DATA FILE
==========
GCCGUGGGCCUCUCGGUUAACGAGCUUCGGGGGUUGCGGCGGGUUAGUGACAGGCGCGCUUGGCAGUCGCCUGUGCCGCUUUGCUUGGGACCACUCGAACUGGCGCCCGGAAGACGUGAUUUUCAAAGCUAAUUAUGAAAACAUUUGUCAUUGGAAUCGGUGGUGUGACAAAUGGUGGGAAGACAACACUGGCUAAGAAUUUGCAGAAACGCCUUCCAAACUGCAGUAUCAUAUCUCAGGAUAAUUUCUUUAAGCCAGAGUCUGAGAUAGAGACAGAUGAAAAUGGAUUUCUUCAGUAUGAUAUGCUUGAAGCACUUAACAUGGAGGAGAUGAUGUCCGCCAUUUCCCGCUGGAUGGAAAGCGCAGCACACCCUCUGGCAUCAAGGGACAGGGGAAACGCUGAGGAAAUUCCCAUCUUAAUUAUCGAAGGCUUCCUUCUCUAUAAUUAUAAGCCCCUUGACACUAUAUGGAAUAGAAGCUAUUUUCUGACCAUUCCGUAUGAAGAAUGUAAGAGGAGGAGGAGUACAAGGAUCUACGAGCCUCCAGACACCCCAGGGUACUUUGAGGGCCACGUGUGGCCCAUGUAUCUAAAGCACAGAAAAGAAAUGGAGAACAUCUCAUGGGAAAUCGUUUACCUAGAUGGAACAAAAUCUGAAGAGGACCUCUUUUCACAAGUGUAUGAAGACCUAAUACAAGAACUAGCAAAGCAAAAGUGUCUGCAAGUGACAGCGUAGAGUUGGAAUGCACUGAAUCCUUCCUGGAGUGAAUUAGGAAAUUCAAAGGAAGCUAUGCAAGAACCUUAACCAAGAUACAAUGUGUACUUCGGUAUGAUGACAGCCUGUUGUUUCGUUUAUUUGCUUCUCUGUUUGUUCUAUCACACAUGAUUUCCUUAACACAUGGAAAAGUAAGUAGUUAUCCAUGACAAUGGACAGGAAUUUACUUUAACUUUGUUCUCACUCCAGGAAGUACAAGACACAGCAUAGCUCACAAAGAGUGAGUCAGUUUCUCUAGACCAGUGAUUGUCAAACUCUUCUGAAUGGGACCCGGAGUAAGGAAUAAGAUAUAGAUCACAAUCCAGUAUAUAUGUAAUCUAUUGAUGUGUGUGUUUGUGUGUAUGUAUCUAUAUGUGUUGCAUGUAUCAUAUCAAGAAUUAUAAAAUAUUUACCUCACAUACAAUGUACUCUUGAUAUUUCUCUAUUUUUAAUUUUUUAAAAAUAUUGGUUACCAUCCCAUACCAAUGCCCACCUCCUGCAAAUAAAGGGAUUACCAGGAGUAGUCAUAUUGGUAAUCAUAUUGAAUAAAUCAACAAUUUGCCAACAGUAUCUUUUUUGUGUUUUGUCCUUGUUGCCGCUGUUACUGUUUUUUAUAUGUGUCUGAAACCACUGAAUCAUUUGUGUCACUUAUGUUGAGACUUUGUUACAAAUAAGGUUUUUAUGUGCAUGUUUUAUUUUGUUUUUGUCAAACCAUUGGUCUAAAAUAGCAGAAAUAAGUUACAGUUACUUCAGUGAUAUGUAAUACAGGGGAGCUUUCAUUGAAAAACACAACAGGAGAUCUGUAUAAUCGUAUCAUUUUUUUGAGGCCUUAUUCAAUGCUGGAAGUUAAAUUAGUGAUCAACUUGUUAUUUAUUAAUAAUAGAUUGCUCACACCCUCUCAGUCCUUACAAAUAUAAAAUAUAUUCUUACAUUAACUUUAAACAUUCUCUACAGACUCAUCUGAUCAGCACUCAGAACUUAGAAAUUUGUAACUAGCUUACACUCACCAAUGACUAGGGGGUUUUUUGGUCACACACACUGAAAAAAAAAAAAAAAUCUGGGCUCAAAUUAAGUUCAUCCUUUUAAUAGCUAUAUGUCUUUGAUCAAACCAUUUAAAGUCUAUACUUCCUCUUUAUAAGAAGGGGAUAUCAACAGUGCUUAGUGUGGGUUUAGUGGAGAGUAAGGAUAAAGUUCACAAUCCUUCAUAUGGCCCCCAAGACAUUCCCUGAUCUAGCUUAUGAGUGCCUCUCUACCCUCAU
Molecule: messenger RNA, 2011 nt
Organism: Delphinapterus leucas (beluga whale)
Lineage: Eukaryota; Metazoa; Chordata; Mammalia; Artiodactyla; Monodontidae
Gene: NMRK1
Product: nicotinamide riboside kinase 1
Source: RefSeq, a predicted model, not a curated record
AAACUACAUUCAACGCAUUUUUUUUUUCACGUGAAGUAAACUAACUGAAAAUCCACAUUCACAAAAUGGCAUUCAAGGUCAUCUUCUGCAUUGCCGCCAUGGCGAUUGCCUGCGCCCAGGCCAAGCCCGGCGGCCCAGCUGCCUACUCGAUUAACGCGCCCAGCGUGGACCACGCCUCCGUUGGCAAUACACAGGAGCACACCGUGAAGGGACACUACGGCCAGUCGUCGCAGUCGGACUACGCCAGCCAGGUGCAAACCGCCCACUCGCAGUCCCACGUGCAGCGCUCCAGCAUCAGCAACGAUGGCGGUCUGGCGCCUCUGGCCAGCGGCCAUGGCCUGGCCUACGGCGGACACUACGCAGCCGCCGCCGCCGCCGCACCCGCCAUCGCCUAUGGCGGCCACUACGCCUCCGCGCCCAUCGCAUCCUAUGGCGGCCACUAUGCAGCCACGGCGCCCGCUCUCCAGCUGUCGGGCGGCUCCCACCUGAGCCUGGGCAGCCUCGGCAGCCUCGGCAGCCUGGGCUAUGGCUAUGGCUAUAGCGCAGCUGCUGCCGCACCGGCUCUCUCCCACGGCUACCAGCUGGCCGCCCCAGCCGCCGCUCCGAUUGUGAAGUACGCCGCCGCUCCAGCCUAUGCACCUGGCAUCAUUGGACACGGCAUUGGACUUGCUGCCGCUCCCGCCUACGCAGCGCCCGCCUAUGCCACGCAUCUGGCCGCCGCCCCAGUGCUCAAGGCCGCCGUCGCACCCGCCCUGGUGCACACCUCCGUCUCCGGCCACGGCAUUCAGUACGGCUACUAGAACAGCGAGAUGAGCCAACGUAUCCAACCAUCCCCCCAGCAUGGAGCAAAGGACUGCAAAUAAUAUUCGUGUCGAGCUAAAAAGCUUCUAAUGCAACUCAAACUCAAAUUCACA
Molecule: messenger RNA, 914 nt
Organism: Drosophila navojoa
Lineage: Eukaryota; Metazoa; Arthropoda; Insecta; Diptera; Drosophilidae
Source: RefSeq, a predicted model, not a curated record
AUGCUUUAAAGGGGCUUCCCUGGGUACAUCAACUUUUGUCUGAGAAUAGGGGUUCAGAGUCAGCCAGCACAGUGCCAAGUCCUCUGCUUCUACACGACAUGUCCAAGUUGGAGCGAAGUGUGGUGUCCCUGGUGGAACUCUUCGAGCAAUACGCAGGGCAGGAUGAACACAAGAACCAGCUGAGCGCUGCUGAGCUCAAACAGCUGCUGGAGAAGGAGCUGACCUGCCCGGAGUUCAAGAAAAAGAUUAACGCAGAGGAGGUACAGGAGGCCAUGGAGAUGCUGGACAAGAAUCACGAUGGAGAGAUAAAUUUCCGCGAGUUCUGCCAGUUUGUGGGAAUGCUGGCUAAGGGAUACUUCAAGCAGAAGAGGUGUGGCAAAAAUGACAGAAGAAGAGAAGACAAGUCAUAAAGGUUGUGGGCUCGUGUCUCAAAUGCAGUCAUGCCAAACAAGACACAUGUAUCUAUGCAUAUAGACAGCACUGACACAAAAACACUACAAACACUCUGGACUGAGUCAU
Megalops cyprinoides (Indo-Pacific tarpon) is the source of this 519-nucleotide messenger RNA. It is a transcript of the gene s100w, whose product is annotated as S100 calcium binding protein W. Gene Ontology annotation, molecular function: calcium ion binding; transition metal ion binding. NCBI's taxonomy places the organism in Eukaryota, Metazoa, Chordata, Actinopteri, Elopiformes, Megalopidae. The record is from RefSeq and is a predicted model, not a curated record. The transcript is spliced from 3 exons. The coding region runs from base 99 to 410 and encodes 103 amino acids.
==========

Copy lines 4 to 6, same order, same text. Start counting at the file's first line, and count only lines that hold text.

Lineage: Eukaryota; Metazoa; Chordata; Mammalia; Artiodactyla; Monodontidae
Gene: NMRK1
Product: nicotinamide riboside kinase 1